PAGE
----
Author(s): Lu CY, Ma YC, Chen PC, Wu CC, Chen YC
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Abstract Studies have used 8-hydroxydeoxyguanosine (8-OHdG) as a biomarker to detect systemic oxidative DNA damage associated with oxidative stress. However, studies on the association between exposure to tobacco smoking and urinary 8-OHdgG give inconsistent results. Limited studies have estimated the oxidative stress among office workers. This study assessed the association between urinary 8-OHdG and cotinine for office workers. Workers (389) including smokers, ex-smokers and non-smokers from 87 offices at high-rise buildings in Taipei participated in this study with informed consent. Each participant completed a questionnaire and provided a spot urine specimen at the end of work day for measuring urinary 8-OHdG and cotinine. The carbon dioxide (CO2) levels in workers' offices were also measured. The questionnaire reported socio-demographic characteristics, life styles and allergic history. The urinary 8-OHdG level increased with the cotinine level among participants (Spearmans' rho = 0.543, p < 0.001). The mean of urinary 8-OHdG and cotinine was 5.81 ± 3.53 μg/g creatinine and 3.76 ± 4.06 μg/g creatinine, respectively. Comparing with non-smokers, the adjusted odds ratio (OR) of having urinary 8-OHdG greater than the median level of 4.99 μg/g creatinine was 5.30 (95\% confidence intervals (CI) = 1.30-21.5) for current smokers and 0.91 (95\% CI = 0.34-2.43) for former smokers. We also found workers exposed to 1,000 ppm of CO2 at offices had an adjusted OR of 4.28 (95\% CI = 1.12-16.4) to have urinary 8-OHdG greater than 4.99 μg/g creatinine, compared to those exposed to indoor CO2 under 600 ppm. In conclusion, urinary 8-OHdG could represent a suitable marker for measuring smoking and CO2 exposure for office workers.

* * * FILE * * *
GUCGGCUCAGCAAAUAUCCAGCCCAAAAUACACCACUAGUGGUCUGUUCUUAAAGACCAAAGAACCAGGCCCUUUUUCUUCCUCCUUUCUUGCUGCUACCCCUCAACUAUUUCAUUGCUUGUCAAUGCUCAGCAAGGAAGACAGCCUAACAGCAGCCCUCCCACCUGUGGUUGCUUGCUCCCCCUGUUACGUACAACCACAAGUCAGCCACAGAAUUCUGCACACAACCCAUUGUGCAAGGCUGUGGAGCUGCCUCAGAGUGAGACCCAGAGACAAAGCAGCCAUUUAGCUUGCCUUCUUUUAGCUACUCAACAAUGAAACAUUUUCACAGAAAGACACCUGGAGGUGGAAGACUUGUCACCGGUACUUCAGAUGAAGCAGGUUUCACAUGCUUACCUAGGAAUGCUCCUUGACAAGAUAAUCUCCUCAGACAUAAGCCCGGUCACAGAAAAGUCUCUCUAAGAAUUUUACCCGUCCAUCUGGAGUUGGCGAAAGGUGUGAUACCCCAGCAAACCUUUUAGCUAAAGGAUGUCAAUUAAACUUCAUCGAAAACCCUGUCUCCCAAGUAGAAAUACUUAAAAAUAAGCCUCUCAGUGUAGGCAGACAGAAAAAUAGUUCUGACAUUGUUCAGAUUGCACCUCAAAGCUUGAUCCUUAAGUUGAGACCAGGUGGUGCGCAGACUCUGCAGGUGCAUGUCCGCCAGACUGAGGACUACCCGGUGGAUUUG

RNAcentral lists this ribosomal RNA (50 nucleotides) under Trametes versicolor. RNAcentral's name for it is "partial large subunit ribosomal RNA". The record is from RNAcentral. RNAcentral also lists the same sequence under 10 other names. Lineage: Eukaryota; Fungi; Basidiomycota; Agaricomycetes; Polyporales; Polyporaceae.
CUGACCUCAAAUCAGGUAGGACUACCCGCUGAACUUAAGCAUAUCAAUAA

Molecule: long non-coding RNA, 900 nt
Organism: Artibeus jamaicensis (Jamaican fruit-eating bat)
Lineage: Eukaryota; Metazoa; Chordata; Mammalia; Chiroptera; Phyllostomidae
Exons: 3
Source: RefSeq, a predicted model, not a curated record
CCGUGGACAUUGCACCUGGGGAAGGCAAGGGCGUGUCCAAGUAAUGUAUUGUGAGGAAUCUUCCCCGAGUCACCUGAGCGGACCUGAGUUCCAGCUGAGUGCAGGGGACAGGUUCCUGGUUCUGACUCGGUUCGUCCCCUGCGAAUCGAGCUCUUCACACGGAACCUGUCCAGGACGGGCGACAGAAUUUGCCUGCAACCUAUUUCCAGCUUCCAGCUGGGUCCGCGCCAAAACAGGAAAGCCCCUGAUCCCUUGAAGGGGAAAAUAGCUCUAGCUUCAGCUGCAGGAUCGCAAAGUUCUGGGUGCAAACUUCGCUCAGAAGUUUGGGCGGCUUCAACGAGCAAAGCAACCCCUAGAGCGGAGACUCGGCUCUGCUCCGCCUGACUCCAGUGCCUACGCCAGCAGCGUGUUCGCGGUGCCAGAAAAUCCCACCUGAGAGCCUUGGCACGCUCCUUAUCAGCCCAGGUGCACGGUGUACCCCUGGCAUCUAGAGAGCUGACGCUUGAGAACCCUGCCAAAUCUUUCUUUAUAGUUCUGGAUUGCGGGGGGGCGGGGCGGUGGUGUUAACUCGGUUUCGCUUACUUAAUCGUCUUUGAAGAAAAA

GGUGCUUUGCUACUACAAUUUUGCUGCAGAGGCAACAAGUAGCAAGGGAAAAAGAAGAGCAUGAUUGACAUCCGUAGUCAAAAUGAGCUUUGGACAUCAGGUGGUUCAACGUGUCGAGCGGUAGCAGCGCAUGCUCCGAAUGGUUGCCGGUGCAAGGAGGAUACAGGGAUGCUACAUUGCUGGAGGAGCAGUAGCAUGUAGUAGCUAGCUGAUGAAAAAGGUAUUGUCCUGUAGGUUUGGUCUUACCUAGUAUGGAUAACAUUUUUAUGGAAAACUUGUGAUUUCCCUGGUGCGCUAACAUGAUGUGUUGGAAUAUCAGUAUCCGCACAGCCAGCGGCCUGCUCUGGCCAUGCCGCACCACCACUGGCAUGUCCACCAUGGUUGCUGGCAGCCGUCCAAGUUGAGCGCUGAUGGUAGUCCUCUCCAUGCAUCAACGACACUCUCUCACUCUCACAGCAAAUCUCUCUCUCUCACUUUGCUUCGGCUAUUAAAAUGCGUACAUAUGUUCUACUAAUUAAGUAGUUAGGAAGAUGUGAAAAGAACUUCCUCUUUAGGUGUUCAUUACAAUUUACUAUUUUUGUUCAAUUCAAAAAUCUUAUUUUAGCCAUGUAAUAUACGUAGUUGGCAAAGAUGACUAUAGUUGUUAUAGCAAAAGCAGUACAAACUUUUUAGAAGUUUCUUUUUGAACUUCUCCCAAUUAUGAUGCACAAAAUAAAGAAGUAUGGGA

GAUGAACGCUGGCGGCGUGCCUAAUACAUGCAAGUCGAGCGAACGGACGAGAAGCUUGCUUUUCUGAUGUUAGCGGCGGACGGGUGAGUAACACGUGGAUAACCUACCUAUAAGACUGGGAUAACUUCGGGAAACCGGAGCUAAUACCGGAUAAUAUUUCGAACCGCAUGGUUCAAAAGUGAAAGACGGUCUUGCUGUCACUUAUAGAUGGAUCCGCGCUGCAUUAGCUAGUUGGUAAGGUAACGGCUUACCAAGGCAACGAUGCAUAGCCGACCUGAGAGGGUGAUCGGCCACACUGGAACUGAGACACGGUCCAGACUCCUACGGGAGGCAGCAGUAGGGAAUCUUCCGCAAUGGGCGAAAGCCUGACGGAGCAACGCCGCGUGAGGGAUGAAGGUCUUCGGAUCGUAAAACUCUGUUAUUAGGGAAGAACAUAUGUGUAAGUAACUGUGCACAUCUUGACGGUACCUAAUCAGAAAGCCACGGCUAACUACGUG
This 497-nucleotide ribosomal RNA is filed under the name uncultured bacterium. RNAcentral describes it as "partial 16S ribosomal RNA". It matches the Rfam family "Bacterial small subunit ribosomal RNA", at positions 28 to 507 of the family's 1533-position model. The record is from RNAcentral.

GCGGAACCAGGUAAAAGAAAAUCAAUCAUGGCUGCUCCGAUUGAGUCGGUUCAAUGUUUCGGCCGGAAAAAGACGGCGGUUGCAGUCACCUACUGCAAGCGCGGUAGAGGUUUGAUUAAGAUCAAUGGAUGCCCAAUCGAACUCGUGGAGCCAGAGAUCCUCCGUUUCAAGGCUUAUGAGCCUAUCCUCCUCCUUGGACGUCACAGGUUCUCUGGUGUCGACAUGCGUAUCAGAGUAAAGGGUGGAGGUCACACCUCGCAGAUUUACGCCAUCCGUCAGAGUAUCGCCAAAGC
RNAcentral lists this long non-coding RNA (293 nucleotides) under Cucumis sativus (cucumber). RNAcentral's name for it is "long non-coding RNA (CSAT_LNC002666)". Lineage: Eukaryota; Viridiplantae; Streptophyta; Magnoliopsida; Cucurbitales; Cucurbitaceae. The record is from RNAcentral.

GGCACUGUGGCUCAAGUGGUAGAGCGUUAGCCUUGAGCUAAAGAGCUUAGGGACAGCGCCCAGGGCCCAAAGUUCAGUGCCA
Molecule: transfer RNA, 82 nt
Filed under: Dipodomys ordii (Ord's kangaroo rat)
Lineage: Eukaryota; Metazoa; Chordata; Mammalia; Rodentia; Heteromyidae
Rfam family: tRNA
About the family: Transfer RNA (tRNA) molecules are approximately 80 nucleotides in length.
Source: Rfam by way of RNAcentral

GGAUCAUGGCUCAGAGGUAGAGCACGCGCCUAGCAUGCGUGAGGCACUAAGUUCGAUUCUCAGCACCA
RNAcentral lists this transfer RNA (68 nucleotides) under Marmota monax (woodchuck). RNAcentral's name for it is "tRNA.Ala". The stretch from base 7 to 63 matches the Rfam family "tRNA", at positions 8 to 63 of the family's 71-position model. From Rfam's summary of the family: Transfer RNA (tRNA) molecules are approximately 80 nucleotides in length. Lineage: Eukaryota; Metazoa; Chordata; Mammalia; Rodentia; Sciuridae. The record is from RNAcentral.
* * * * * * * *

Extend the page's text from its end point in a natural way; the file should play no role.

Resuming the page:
This article was published in Int J Environ Res Public Health
and referenced in Vitamins & Minerals